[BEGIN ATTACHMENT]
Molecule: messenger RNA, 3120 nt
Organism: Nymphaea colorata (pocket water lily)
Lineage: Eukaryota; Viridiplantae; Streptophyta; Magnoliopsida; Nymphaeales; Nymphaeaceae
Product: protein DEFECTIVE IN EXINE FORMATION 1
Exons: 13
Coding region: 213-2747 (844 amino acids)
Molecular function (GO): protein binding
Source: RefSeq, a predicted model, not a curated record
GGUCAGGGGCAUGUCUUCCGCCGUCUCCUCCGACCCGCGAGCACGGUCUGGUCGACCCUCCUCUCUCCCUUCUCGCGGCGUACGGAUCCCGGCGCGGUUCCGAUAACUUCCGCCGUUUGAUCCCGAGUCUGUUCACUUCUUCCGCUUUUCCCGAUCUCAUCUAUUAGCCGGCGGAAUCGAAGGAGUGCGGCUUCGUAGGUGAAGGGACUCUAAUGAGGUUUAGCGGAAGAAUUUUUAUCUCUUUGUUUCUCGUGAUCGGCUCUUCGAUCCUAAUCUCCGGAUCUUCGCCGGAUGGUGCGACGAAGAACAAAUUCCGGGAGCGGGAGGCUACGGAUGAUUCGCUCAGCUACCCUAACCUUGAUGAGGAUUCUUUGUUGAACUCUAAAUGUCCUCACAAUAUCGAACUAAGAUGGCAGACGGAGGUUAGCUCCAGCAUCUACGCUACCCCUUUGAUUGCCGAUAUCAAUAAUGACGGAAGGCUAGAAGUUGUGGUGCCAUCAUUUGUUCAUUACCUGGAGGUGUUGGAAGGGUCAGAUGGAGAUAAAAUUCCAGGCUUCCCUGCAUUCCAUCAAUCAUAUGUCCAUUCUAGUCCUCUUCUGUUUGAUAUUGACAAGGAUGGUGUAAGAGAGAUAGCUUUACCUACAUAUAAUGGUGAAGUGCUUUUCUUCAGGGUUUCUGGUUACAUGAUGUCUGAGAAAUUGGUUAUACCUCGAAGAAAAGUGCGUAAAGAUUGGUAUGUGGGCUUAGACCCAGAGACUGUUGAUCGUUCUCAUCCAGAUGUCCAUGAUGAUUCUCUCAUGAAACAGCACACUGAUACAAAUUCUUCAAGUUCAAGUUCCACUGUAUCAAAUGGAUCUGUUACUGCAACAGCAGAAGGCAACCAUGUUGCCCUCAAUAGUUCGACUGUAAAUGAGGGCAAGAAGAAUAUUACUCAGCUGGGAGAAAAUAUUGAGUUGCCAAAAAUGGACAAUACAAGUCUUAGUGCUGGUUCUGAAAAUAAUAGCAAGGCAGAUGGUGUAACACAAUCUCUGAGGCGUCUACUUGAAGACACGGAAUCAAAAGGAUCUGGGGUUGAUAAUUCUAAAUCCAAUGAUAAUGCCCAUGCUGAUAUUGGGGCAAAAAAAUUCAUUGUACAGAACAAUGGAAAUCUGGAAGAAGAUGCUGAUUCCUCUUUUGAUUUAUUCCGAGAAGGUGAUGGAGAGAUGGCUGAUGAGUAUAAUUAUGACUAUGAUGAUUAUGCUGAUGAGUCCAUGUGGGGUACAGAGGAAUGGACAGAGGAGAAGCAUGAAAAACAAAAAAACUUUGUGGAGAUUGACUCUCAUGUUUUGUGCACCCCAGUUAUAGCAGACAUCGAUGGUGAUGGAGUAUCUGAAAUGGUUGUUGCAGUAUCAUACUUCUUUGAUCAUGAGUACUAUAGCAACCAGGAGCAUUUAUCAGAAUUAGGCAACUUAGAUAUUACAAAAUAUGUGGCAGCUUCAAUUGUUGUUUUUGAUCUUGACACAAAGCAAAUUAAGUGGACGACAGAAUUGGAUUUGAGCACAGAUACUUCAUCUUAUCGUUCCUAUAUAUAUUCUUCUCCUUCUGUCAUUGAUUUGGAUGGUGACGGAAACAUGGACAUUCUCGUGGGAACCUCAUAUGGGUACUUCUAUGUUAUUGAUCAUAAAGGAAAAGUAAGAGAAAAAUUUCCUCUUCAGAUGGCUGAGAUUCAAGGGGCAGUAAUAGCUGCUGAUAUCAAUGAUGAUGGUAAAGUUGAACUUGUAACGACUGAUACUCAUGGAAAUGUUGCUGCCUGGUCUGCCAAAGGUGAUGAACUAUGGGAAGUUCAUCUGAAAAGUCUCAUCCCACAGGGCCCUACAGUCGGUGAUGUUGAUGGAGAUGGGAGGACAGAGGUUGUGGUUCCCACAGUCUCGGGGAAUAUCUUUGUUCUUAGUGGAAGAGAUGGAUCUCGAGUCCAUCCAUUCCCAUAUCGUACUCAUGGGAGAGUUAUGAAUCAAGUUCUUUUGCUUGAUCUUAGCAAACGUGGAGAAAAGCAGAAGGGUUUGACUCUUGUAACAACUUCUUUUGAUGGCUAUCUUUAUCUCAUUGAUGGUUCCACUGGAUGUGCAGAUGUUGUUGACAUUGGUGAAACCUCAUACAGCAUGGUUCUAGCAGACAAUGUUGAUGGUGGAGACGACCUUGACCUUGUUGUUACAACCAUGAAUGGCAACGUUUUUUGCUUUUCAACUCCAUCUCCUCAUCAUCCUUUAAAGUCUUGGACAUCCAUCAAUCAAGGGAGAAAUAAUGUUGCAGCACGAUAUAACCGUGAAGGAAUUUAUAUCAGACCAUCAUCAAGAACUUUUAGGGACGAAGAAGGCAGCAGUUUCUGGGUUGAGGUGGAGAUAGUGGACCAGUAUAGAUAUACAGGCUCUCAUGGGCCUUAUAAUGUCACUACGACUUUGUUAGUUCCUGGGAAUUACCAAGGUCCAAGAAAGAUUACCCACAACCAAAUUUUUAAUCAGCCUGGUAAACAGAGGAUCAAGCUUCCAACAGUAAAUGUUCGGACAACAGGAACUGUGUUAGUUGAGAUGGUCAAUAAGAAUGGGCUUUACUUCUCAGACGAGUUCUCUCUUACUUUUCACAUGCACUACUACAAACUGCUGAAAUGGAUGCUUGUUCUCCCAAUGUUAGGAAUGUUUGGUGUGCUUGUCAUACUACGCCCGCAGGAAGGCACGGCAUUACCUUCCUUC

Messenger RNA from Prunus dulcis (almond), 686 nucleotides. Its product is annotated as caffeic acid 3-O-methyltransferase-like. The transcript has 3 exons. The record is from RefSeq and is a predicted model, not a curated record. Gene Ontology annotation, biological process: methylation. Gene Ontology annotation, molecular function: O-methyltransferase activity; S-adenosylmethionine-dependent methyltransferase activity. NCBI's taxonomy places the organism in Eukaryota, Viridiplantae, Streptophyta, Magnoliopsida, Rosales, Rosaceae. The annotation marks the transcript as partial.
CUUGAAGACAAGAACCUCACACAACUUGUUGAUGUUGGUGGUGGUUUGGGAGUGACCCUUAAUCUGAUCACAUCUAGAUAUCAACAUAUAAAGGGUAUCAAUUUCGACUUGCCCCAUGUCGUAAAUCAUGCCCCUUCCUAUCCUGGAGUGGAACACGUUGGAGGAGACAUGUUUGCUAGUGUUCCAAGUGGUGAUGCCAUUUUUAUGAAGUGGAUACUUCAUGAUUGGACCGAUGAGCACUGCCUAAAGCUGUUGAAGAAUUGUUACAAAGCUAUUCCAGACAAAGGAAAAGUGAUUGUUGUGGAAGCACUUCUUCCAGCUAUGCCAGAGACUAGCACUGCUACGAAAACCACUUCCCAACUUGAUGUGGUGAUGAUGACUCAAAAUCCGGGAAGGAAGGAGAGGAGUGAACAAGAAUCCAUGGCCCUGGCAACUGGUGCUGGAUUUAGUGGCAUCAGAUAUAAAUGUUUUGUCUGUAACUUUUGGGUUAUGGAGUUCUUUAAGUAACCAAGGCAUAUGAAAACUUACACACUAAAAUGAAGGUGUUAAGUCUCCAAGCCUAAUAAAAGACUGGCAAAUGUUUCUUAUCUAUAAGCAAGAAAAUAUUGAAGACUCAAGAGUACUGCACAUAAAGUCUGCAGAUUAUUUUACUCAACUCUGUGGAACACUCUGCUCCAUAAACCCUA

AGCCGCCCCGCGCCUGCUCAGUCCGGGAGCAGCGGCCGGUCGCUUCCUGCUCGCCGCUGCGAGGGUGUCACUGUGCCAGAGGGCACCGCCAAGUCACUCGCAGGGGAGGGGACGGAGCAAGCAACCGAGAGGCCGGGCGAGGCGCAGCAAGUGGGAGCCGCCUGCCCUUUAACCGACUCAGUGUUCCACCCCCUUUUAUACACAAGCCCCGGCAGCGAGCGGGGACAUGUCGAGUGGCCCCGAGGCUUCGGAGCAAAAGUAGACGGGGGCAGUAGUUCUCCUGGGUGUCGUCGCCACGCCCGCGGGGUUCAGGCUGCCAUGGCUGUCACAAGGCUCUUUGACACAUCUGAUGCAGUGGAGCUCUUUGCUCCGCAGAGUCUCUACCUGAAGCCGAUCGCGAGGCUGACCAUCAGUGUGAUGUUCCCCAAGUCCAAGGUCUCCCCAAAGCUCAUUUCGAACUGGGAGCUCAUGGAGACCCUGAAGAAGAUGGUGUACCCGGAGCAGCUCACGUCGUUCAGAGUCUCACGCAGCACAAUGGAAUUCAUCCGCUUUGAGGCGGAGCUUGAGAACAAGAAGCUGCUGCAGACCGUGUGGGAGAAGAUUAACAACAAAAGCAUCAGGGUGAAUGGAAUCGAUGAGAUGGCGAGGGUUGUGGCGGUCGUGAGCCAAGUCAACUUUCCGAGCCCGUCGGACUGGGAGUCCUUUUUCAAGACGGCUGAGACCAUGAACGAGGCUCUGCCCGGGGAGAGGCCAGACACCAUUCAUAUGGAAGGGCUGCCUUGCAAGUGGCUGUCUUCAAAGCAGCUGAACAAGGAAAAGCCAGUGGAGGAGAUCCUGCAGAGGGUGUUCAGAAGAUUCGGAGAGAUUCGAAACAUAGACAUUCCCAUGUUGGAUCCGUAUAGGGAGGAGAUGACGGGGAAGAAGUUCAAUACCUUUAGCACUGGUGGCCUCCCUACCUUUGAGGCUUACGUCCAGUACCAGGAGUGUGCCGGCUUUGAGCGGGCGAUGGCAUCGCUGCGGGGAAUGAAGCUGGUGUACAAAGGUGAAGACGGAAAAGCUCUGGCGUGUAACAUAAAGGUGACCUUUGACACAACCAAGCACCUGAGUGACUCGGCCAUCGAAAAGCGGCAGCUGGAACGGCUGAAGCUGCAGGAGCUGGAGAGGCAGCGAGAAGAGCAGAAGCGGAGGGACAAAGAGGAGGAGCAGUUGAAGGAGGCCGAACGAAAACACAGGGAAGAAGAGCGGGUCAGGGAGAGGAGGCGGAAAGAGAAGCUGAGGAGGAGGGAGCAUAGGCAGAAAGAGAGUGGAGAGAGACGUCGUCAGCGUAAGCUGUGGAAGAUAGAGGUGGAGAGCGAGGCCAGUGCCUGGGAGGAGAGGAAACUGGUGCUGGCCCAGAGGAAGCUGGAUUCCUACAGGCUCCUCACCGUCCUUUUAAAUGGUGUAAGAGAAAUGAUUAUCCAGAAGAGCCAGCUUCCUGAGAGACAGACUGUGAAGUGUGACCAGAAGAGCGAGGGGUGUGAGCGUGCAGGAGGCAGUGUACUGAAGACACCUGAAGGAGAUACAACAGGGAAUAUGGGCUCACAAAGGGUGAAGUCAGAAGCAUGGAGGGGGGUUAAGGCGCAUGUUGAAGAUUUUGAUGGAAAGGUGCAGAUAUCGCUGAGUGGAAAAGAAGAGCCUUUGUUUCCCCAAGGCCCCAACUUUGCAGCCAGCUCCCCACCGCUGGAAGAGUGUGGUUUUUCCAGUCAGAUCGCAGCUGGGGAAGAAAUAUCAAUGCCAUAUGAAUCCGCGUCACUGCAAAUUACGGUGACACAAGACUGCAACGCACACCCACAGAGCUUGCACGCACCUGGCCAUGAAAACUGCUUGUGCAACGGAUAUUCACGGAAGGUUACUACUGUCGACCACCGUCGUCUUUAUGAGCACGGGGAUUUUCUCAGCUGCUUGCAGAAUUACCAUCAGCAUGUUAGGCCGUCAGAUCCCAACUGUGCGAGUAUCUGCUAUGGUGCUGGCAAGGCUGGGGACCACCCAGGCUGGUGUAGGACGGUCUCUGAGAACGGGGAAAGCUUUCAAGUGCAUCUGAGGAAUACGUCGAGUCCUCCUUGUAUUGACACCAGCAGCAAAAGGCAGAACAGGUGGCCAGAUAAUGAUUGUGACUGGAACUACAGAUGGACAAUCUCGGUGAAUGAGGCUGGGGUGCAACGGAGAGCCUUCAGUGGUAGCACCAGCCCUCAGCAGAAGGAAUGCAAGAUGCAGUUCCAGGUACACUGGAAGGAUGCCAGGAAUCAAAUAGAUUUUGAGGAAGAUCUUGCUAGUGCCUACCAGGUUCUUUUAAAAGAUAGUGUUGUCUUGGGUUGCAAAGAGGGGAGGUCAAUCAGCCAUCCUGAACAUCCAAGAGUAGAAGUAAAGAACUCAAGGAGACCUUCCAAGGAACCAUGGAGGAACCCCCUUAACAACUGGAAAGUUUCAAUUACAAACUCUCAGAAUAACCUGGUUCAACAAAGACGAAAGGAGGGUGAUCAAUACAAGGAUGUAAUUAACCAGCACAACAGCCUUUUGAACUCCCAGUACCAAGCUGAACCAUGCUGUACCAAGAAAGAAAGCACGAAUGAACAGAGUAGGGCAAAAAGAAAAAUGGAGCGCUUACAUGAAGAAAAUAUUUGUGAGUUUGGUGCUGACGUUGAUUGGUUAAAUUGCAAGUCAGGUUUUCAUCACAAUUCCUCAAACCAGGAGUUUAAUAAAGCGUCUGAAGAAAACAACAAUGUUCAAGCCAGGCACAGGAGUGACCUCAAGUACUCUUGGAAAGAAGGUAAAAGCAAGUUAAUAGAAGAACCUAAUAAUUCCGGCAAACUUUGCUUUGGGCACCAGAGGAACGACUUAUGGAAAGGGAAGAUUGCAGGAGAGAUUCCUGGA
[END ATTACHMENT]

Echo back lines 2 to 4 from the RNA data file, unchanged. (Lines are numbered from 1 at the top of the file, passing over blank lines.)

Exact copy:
Organism: Nymphaea colorata (pocket water lily)
Lineage: Eukaryota; Viridiplantae; Streptophyta; Magnoliopsida; Nymphaeales; Nymphaeaceae
Product: protein DEFECTIVE IN EXINE FORMATION 1